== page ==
Future Chinese bases
Why does China seem to be in a hurry to build up reefs in the West Philippine Sea into artificial islands? So that by the time the international tribunal rules on the Philippine challenge to China’s fantastic “nine-dash line,” it shall have put its military forces and facilities in place. Foreign Affairs Secretary Albert del Rosario has sounded the alarm: “China is accelerating its expansionist agenda and changing the status quo to actualize its nine-dash-line claim and to control nearly the entire South China Sea before … the handing down of a decision by the arbitral tribunal on the Philippine submission.”
Since the Philippines filed for arbitration in January 2013, China has been beefing up some reefs in our country’s exclusive economic zone. This seems to be a different ball game from the past. Yes, China has ceaselessly needled the Philippines with acts of provocation. It has sent a fleet of fishing boats accompanied by armed patrol vessels to Ayungin Shoal which lies 196 kilometers from Palawan. Earlier, it harassed Philippine fishing boats at Panatag (Scarborough) Shoal. Just the past week, several jets of China’s People’s Liberation Army flew over the channel that lies between Taiwan and the Philippines and conducted drills in the Pacific Ocean. It’s like a periodic show of force, a reminder in case anyone forgets who’s the real big-shot in the neighborhood.
But the recent Chinese reclamation activities are more than just a provocation. They aim to transform the status quo so that China has an even stronger bargaining position when the international tribunal renders judgment. That is why the Department of Foreign Affairs has done well to file prompt and firm diplomatic protests each time another Chinese reclamation is spotted in the disputed waters.
The Philippines has protested China’s reclamation on Mabini Reef, and even brought up the matter during the May 2014 Asean summit. What were once a submerged reef and a sandbar have been transformed into a 30-hectare land mass. China claims it is merely “renovating the living facilities for troops stationed in the reef,” yet the status of the reef is precisely one issue to be decided by the international tribunal.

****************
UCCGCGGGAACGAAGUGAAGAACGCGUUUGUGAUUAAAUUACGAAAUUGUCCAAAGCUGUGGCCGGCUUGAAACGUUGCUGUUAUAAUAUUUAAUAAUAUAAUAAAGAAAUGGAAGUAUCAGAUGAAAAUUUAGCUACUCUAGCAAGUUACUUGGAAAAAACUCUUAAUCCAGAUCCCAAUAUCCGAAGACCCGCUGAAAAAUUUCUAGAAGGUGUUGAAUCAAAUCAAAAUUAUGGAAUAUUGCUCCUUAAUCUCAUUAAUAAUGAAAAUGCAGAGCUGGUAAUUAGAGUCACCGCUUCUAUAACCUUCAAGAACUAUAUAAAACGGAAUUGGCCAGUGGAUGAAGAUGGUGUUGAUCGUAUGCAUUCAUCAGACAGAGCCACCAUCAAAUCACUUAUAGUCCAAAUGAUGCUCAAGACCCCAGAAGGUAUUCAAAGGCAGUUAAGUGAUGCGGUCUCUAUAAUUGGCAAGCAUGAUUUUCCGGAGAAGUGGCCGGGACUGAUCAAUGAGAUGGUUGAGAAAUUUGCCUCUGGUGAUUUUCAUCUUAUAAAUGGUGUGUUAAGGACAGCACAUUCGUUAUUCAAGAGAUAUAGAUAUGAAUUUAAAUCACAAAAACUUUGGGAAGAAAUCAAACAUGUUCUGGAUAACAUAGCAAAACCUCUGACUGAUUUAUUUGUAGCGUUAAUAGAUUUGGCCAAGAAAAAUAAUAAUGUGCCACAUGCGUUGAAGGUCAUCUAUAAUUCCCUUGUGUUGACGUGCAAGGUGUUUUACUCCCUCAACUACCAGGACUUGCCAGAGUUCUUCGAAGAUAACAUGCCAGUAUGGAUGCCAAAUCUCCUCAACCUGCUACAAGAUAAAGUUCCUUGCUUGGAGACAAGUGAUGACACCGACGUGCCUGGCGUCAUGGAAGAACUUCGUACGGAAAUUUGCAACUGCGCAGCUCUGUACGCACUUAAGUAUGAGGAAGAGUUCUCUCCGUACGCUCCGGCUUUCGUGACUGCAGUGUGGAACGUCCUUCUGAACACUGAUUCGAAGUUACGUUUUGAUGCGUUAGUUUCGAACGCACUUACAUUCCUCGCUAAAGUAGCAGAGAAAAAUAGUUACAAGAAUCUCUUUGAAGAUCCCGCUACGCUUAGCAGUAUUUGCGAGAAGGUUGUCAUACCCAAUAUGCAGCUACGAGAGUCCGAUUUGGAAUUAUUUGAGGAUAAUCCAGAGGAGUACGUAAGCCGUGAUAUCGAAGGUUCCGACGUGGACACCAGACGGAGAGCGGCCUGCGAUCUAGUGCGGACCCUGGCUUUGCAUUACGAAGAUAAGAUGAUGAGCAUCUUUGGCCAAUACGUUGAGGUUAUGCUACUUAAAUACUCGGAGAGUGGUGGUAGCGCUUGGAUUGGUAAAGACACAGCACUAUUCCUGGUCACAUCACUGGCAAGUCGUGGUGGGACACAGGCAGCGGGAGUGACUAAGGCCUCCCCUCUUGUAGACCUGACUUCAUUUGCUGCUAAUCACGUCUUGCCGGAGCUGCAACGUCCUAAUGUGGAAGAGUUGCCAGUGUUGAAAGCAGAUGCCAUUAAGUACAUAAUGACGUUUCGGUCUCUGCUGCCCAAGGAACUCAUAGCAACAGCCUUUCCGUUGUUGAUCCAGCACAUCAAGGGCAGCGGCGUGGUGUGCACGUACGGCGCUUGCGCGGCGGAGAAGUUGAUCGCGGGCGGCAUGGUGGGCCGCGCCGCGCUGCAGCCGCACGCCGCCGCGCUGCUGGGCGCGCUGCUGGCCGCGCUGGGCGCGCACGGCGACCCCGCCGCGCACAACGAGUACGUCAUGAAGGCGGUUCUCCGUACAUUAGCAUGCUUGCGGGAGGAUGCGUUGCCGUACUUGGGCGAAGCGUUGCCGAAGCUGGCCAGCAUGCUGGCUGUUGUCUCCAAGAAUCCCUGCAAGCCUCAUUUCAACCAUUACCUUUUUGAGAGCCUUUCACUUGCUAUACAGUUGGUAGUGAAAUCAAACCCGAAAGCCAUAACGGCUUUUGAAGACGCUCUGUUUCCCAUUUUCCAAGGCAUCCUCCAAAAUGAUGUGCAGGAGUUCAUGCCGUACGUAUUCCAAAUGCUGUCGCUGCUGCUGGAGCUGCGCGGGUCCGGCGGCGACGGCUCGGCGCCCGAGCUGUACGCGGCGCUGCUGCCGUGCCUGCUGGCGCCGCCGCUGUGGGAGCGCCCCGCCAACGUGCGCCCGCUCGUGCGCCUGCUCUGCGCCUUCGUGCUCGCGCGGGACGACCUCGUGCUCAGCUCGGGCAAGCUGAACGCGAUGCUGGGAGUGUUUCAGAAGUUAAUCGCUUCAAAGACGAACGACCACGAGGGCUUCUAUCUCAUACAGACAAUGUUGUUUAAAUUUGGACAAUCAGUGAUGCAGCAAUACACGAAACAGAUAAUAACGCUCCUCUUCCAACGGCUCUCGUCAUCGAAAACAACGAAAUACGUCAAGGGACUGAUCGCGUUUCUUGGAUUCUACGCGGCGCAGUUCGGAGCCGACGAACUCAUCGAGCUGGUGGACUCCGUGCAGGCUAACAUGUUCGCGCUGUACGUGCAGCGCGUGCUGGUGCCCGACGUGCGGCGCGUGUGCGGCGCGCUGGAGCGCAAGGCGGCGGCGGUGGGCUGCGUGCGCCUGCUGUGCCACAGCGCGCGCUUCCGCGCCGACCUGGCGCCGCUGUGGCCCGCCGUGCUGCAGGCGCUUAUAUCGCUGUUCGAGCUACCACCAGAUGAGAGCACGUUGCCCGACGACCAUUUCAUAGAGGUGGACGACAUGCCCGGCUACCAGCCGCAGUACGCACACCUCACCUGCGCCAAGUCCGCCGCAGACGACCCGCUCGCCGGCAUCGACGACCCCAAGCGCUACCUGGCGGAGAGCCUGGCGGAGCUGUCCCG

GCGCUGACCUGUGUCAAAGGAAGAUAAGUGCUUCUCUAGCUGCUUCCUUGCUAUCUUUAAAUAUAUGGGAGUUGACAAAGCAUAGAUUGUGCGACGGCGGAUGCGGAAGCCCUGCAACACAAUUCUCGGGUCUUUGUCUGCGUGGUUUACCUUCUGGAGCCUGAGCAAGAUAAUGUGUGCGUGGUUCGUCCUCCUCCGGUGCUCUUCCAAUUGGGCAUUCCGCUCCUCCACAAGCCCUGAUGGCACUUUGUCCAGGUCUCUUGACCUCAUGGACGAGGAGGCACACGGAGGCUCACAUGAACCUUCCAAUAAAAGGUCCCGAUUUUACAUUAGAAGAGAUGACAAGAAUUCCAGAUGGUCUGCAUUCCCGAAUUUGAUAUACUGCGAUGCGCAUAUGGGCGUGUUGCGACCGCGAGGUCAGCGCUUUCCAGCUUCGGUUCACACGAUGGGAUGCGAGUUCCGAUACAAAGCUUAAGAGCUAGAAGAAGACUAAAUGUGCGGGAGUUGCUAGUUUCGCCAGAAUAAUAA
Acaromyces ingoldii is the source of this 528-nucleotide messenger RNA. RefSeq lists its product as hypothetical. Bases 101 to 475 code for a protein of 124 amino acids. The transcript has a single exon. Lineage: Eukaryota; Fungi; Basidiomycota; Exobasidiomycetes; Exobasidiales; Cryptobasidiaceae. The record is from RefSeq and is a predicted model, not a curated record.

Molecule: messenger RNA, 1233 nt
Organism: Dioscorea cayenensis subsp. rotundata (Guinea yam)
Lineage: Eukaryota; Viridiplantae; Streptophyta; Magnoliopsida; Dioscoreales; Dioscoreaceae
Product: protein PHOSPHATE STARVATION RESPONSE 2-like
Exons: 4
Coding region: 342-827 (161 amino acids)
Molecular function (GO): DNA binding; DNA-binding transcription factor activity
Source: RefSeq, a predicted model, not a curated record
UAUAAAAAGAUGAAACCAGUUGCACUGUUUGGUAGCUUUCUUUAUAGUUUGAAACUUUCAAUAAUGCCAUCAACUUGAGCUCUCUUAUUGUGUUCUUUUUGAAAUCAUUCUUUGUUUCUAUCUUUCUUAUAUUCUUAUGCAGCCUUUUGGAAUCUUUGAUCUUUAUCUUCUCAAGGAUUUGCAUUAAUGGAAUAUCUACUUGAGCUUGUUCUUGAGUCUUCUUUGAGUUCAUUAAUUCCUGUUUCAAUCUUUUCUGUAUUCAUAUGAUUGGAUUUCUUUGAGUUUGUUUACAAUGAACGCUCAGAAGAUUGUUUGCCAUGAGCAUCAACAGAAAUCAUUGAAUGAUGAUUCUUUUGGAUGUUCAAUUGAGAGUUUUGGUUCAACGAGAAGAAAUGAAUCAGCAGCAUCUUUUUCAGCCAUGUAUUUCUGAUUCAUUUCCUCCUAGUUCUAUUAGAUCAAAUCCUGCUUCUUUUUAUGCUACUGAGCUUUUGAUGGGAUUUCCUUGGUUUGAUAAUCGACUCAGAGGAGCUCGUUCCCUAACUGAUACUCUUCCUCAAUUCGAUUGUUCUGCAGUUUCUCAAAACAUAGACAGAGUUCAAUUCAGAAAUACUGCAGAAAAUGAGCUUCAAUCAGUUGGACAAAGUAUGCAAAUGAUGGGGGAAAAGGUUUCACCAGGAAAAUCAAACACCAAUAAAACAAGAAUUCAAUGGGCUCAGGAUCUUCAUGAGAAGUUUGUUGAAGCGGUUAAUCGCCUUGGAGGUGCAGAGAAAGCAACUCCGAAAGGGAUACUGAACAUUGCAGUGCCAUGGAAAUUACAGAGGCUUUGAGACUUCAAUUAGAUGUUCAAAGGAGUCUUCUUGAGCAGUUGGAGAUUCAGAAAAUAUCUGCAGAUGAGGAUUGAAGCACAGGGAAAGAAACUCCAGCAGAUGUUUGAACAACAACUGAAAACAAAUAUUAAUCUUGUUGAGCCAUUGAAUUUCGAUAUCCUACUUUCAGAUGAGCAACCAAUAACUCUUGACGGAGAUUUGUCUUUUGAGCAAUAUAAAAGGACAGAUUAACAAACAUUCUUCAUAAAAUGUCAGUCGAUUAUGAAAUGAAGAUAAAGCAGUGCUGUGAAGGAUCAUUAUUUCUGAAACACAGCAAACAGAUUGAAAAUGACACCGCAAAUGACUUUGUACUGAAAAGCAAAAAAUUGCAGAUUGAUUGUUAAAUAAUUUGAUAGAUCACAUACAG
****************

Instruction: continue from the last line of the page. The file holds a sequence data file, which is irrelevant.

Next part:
Apart from Mabini Reef, China has done “earthmoving activities” in Gavin, Calderon and Kagitingan Reefs. The latter has given rise to an artificial island 3 km long and 200-300 meters wide, capable of supporting an airstrip. A harbor was dug out on one side large enough to accommodate tankers and naval vessels. Most recently, in February, China sent a dredging ship to Panganiban (Mischief) Reef. We must remember that when China started building up Panganiban Reef in 1995, it claimed that it only intended to build shelters for its fishermen.
China’s reclamation activities violate the Convention on the Law of the Sea. These reefs lie within the Philippines’ exclusive economic zone, where we have the sole power to “establish and use … artificial islands, installations and structures.”
The reclamation activities also violate the Declaration on the Conduct of Parties in the South China Sea, which China signed along with the Philippines and all the other Asean states. China promised to “exercise self-restraint in the conduct of activities that would complicate or escalate disputes and affect peace and stability including, among others, refraining from action of inhabiting on the presently uninhabited islands [and] reefs ….” China invoked this declaration against our recourse to an international tribunal. Yet here it betrays in action the very declaration it invokes as law.
One area that calls for such “self-restraint” is environmental protection. Filipino marine biologists are concerned that the dredging will damage the corals. Already Chinese boats have wantonly harvested giant clams, considered an endangered species. The scientists have sounded the alarm on the long-term environmental cost of China’s reclamation activities.
From a strict legal standpoint, the Chinese’s “artificial island” will not strengthen their claims over the neighboring waters. Real islands empower the coastal state to claim the surrounding territorial sea and exclusive economic zone. In contrast, artificial islands “do not possess the status of islands” and do not generate any maritime zones. After reclamation, the artificial island is all they get.
But perhaps that is all China needs for military and negotiating purposes. Hence its haste, stealth and reckless disregard for international law, the environment and simple, common decency.
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